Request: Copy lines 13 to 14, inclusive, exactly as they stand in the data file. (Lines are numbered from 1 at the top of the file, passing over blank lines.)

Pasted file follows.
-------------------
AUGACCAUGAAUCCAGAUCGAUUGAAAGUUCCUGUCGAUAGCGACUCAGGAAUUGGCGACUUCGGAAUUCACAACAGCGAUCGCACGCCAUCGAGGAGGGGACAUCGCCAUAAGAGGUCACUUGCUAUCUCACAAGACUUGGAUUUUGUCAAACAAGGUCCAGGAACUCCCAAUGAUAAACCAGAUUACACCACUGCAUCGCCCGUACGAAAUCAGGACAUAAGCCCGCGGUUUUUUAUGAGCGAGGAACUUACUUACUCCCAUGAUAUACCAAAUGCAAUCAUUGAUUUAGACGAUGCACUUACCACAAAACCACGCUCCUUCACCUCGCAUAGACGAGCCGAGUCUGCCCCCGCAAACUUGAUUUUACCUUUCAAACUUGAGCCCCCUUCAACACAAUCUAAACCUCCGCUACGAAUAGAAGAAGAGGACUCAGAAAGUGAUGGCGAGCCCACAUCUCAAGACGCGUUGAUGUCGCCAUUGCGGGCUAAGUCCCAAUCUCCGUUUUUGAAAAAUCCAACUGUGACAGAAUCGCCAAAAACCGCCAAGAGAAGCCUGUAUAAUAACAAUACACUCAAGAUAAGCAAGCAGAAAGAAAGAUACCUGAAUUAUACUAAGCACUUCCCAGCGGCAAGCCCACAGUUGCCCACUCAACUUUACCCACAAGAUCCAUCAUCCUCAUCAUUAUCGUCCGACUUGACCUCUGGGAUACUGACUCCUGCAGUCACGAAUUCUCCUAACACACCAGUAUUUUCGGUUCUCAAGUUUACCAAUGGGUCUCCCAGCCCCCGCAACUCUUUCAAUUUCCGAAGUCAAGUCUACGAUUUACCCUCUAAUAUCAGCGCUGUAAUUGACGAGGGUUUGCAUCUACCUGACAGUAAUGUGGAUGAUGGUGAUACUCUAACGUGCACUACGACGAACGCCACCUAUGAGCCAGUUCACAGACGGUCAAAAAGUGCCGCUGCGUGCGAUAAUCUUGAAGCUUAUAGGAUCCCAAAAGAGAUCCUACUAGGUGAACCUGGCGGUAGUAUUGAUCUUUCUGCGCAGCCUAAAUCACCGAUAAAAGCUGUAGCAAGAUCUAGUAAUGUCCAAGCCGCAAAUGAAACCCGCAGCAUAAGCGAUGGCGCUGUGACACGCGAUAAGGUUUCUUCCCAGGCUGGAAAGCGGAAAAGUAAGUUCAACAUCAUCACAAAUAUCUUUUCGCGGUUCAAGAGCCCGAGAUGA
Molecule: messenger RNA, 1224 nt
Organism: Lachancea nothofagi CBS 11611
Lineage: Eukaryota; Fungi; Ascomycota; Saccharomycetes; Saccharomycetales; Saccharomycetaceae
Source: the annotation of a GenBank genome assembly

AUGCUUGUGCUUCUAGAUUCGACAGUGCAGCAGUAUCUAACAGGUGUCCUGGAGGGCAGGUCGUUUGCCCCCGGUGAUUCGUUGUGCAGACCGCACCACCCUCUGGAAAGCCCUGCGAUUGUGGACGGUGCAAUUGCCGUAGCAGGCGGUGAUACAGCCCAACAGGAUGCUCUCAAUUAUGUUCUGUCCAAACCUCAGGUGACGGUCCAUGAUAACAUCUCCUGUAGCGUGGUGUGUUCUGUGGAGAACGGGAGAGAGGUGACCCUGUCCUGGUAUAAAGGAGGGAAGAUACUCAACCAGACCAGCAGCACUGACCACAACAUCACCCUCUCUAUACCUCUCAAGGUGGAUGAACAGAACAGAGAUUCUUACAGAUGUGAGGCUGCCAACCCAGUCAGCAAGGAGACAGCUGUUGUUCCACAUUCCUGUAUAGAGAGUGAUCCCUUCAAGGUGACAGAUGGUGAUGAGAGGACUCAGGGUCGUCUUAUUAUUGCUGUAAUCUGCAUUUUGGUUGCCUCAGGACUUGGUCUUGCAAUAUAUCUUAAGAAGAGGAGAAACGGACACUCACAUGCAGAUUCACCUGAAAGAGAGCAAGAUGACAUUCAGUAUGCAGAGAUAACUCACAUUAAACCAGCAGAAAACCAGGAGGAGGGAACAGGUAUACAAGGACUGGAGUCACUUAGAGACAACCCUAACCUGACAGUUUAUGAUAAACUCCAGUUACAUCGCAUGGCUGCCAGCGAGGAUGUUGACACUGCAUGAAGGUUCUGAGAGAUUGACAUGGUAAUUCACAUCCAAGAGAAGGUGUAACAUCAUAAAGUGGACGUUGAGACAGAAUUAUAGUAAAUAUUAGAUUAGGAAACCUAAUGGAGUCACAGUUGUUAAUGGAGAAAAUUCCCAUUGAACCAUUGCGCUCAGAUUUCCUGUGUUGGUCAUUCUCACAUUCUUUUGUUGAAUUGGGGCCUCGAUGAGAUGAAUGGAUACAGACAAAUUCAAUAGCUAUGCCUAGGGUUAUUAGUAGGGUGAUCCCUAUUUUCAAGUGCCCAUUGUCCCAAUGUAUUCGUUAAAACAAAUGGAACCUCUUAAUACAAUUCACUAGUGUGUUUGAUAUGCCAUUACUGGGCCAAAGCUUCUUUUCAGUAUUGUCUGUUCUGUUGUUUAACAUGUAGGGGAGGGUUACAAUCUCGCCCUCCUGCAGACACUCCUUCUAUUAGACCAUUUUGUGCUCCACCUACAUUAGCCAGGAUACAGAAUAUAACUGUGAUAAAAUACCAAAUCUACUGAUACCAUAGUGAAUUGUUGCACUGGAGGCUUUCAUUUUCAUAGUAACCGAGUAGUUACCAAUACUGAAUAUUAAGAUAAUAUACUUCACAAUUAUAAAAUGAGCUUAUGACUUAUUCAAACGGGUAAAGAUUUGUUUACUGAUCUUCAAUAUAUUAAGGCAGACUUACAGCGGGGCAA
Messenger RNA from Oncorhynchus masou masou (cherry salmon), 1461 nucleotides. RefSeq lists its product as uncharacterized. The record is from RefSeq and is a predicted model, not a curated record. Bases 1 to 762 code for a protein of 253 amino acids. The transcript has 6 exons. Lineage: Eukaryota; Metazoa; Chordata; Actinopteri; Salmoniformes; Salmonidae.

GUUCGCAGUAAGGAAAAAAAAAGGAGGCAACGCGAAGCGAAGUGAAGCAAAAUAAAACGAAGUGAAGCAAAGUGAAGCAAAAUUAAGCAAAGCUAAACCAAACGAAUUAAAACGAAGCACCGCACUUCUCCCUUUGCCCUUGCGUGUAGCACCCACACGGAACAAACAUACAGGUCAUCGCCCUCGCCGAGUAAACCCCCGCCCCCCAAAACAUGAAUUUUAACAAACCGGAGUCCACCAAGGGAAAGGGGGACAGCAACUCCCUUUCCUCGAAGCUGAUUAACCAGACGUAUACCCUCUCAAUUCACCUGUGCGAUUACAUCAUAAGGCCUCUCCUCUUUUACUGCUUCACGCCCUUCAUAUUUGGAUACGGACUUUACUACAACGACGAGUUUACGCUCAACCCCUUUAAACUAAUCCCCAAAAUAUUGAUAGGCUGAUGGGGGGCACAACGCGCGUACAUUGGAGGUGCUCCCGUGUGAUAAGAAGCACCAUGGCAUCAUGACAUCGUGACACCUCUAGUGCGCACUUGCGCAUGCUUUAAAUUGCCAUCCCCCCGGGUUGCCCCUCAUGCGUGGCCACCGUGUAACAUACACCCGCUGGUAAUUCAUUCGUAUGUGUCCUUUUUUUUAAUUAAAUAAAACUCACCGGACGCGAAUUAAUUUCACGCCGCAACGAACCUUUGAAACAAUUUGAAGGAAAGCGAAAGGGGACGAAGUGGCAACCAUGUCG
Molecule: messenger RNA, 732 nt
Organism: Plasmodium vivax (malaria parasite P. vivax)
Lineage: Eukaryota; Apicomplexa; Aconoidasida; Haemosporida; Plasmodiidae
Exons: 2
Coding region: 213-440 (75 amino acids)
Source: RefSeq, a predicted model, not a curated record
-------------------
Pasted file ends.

Coding region: 213-440 (75 amino acids)
Source: RefSeq, a predicted model, not a curated record